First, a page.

Always keep the tank clean. A dirty tank can lead to the growth of bacteria and can affect the health of your gecko. Clean the tank with a good disinfectant product and not products that can leave residue and toxins. These may affect the health of your gecko as well. 

Feed your gecko the best food and always feed it organic insects and produce. Never capture insects and worms in the wild to feed your lizards. Live insects are a way to feed your gecko supplements and nutrients. 

Remember to quarantine new lizards. These new geckos may bring pests, mites, and illness to your pet enclosure. Do this before you place the new lizard inside the main tank. Allow a week or two quarantine period to rule out any kind of disease or pest. 

Behavior

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To better understand your pet New Caledonian Giant Gecko, understand the following behaviors

Shedding

Geckos shed regularly because this is the skin’s way to adjust because of a lizard’s growing body. Smaller, juvenile New Caledonian Giant Geckos will shed more frequently compared to adult or mature ones. When your gecko is shedding, increase the humidity inside the tank with a bowl of water or a spray bottle. Monitor for signs of incomplete shedding like skin shedding in flakes, restlessness, and poor appetite.

Docile behavior

The New Caledonian Giant Gecko is a popular pet is because of its docile traits. Many gecko or lizard owners prefer this species to a leopard gecko due to its even temperament and good nature.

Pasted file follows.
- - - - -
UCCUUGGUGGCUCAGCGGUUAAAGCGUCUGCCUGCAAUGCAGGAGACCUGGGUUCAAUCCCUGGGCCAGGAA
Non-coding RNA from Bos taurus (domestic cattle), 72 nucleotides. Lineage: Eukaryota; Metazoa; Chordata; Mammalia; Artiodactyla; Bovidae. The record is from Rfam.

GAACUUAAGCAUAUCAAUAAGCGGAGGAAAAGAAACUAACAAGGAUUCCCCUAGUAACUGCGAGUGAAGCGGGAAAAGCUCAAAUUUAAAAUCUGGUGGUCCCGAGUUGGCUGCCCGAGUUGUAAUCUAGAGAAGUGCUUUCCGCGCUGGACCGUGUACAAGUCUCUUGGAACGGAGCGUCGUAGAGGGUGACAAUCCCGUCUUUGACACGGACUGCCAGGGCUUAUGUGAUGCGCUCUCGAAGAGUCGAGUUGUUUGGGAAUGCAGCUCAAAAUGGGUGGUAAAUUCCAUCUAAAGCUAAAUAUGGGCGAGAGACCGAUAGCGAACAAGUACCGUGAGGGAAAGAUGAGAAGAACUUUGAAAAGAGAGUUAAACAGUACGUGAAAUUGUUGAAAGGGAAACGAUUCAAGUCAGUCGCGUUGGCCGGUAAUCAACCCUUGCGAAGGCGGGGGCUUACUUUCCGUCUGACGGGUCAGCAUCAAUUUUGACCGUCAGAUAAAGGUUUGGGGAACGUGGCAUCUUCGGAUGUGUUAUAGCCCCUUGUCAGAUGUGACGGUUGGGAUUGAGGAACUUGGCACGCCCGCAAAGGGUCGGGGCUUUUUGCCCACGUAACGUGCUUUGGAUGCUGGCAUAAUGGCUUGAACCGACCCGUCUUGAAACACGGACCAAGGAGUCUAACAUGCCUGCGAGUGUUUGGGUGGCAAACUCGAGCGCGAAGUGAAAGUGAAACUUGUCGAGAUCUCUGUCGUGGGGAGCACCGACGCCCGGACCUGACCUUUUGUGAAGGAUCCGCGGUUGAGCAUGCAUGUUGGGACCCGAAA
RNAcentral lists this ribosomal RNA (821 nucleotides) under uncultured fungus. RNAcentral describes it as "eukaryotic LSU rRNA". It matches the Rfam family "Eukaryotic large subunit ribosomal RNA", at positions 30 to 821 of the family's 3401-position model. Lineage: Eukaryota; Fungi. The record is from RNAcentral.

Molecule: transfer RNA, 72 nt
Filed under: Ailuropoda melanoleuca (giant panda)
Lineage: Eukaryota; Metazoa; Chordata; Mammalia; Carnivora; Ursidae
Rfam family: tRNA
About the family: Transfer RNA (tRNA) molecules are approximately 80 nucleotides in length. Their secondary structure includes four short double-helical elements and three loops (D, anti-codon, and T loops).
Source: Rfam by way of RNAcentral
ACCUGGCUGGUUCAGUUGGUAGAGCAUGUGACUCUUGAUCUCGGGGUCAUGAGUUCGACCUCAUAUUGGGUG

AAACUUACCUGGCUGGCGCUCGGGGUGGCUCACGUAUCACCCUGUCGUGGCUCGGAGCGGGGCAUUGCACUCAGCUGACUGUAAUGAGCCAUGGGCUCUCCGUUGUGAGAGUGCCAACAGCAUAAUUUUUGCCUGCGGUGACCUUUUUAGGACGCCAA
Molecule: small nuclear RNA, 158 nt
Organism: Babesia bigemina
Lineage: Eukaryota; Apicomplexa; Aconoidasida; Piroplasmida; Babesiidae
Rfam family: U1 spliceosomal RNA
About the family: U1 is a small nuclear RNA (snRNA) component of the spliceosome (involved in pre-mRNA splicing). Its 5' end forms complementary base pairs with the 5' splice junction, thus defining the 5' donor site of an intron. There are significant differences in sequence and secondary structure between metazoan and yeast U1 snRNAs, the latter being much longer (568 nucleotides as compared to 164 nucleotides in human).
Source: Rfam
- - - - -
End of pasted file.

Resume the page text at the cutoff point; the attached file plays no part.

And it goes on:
Will mate with more females

This gecko will mate with more females if necessary, while females will mate with more males, possibly because of a need to multiply. This is why breeders place a single male with two, three or more females inside a breeding tank. 

Do not climb walls

New Caledonian Giant Geckos don’t have sticky feet or adhesive lamellae that allow some lizards to stick to their enclosures. This is why you can keep this gecko on a tank with lower walls than a tall tank with tight covers. 

Will grow its tailback

One of the adaptations of the New Caledonian Giant Gecko is its ability to shed off its tail when it feels attacked, stressed, or threatened. The lost tail will be replaced with a rounded tail. This is another method of adaptation to fool its predators.  

Nocturnal animal

This is a gecko that will sleep and rest in the day but will be active in the evening. So keep your tank humid and quiet too for good gecko health.

Shedding

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Shedding happens completely from tail to head in healthy lizards and lizards kept in the ideal environment. Some geckos may suffer from incomplete shedding, and this is when parts of the tail, hands, feet, and eyes shed in flakes. If the old skin falls off in flakes, this could be a sign of metabolic problems.

To help with incomplete shedding, improve humidity levels inside the tank using a water mister and a pan of water. If you can hold your pet well, warm water soaks for at least a few minutes can help loosen dead skin. 

Take note that shedding happens regularly in juveniles and can happen less frequently once the lizard has become adults. Shedding is also stressful in some geckos, so at this time, leave your pet alone and just monitor for signs of incomplete shedding.

Habitat